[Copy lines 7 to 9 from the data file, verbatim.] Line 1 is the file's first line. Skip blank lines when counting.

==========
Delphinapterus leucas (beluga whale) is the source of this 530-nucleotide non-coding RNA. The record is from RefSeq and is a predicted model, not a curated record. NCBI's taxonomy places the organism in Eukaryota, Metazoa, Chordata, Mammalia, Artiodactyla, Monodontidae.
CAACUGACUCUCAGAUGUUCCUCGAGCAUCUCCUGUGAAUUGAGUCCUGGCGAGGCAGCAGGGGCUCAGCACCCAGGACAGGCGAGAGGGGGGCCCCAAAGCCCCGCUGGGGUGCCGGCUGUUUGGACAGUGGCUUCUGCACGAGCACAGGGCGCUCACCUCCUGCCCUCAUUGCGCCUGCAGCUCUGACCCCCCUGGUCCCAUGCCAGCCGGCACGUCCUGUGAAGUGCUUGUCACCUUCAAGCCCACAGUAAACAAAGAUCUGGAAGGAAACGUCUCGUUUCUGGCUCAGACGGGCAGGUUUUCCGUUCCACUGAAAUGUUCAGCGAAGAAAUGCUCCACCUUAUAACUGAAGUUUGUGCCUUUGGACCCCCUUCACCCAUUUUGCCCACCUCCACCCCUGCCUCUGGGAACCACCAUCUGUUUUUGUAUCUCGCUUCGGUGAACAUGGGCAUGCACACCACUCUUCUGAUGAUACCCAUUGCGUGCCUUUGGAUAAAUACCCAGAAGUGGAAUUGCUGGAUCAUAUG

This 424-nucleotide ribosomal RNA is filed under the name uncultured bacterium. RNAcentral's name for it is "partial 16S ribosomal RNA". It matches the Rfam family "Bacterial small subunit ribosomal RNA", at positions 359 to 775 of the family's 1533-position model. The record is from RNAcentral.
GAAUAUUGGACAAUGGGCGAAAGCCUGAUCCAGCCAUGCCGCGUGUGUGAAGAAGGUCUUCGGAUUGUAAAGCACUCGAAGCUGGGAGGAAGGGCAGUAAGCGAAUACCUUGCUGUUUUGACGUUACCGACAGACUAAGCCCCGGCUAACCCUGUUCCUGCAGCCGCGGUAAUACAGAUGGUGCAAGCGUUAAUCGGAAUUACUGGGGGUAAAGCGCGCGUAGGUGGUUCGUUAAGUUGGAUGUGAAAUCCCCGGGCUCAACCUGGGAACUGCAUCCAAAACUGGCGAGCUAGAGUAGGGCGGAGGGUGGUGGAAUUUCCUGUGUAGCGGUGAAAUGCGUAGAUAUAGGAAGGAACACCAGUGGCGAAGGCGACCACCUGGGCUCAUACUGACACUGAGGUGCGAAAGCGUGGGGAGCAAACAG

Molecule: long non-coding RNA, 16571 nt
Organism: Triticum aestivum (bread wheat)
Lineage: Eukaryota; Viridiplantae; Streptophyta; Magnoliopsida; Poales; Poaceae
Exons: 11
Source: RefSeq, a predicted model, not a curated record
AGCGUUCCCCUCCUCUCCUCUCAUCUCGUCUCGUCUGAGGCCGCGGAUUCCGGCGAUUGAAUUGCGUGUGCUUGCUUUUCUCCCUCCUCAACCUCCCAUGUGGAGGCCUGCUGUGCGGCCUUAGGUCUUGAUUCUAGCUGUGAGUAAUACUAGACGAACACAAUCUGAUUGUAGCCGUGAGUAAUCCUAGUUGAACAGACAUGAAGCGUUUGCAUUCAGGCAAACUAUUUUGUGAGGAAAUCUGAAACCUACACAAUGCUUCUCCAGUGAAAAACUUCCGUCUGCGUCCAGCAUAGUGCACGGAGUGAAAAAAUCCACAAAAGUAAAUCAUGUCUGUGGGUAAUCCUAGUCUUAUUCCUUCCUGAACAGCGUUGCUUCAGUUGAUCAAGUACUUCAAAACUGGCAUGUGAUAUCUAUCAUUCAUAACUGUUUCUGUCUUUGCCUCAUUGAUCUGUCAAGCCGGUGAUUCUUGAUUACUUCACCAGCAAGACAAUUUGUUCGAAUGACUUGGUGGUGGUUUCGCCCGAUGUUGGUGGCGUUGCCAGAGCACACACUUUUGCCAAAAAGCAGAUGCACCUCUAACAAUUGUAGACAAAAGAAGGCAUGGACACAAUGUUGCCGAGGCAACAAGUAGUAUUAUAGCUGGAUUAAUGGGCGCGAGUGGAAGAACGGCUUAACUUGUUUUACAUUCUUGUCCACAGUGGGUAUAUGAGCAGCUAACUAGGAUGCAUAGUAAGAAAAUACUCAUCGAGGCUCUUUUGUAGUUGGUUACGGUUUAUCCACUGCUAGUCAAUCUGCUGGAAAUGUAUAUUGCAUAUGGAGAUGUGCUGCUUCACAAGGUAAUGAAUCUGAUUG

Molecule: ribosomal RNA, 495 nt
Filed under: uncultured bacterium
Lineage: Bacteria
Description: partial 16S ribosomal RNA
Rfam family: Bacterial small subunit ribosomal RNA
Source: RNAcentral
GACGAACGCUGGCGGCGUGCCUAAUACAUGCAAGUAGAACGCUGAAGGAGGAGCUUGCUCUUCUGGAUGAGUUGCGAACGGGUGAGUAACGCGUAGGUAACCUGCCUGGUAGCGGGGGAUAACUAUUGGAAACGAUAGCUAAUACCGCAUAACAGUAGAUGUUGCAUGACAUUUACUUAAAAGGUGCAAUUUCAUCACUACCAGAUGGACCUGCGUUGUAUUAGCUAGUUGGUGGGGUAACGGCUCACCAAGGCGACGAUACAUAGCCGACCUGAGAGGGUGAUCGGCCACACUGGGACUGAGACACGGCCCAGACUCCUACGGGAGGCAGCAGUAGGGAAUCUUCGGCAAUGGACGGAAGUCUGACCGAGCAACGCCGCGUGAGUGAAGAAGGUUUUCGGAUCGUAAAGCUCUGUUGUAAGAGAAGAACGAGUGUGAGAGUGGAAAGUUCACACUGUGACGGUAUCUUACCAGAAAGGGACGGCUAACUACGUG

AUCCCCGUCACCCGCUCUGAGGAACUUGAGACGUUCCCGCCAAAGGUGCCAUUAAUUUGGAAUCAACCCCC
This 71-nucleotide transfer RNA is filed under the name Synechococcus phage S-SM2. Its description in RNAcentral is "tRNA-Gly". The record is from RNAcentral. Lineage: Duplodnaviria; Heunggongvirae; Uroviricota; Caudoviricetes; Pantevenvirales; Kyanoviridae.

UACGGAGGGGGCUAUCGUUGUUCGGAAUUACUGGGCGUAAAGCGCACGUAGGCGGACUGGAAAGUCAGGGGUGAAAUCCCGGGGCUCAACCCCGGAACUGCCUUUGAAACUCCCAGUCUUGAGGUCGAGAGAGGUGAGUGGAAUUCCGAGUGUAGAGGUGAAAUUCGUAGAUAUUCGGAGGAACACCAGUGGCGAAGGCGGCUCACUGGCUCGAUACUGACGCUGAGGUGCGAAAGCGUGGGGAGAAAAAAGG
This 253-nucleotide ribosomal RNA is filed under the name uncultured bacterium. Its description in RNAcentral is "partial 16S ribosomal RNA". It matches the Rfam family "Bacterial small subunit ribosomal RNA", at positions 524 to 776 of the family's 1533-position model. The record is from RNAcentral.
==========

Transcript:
Lineage: Eukaryota; Viridiplantae; Streptophyta; Magnoliopsida; Poales; Poaceae
Exons: 11
Source: RefSeq, a predicted model, not a curated record